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of the Center for Children's Books

The Bulletin Dozen is a monthly theme-based booklist available as an online-only Bulletin feature. Since we're awfully fond of bakers here at the Bulletin, we thought we'd adopt their philosophy of generosity and throw in an extra one or two when we have them to offer--so don't expect an even dozen. Please feel free to copy, download, or link to these lists. We ask only that you cite the source. See the archive for lists from previous months.
 

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Trials and Triumphs:
A Human Rights Dozen

--selected by Lauren Chenevert, CCB outreach

During this year’s Olympics, the countries of the world will come together to compete on an international stage for athletic glory. Often, however, victories of everyday people against the injustice around the world are just as poignant, hopeful, and heartbreaking as those trials won on the field. This month’s dozens celebrates the unsung heroes of the human rights movement.


father dozen

Amir. Zahra’s Paradise; illus. by Khalil. First Second/Roaring Brook, 2011. Gr. 10 up

In-depth background information and additional resources supplement this fictionalized graphic novel account of a young Iranian man searching for his missing brother during the mass protests that followed the controversial Iranian election of President Ahmadinejad in 2009.  (BCCB 11/11)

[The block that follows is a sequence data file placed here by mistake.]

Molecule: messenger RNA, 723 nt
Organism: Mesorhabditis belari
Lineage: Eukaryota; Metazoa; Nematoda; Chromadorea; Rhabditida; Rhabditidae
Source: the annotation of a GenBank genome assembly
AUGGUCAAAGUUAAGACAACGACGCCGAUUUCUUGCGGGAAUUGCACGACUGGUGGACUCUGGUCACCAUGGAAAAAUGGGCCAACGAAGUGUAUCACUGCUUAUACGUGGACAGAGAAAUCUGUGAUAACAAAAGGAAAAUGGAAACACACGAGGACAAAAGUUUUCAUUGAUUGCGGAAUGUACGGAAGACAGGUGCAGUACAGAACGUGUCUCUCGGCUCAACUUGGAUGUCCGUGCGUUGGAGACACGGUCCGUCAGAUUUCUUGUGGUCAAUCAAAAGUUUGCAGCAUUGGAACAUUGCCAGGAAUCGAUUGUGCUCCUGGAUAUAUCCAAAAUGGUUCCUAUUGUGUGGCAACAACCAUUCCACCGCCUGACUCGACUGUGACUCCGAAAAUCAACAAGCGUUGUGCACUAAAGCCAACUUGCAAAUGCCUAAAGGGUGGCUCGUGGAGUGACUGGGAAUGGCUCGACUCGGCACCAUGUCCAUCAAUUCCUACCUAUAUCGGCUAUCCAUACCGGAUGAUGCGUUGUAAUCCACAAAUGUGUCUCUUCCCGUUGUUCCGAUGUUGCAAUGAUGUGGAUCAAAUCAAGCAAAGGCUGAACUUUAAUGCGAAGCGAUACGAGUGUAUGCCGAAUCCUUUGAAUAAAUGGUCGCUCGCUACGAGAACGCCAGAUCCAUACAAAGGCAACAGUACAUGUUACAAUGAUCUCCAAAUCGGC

Amnesty International, ed. Free?: Stories Celebrating Human Rights. Candlewick, 2010. Gr. 6-9

This collection of short stories and poetry written by fifteen contributing authors, all inspired by articles of the United Nation’s 1948 Universal Declaration of Human Rights, offers connections to current events and is ripe for discussion groups. (BCCB 5/10)

 

Beah, Ishmael. A Long Way Gone: Memoirs of a Boy Soldier. Chrichton/Farrar, 2007. Gr. 9 up

In Sierra Leone, twelve-year-old Beah unexpectedly found himself in the middle of a raging war when he was recruited by government troops and given weapons, drugs, and orders to take revenge on the rebels; in this nonfiction memoir, Beah recounts the painful difficulty in attempting to recover from his damaged sense of humanity when he makes it to UNESCO rehab camp. (BCCB 5/07)

 

Combres, Élisabeth. Broken Memory: A Novel of Rwanda; tr. from the French by Shelley Tanaka. Groundwood/House of Anansi, 2009. Gr. 7-12

When the Rwandan government announces that the perpetrators of the 1994 genocide will be prosecuted, thirteen-year-old Emma is thrust out of her quiet isolation and forced to deal with the terrible memories she can’t keep from coming back. (BCCB 12/09)

 

Edwardson, Derby Dahl. My Name Is Not Easy. Cavendish, 2011. Gr. 5-9

Ińupiaq brothers Luke, Issac, and Bunna are sent to a Catholic boarding school and compelled to learn the white way of life in 1960s Alaska in this dramatic story that depicts rigid Indian reform schools and civil rights in an Alaskan context. (BCCB 11/11)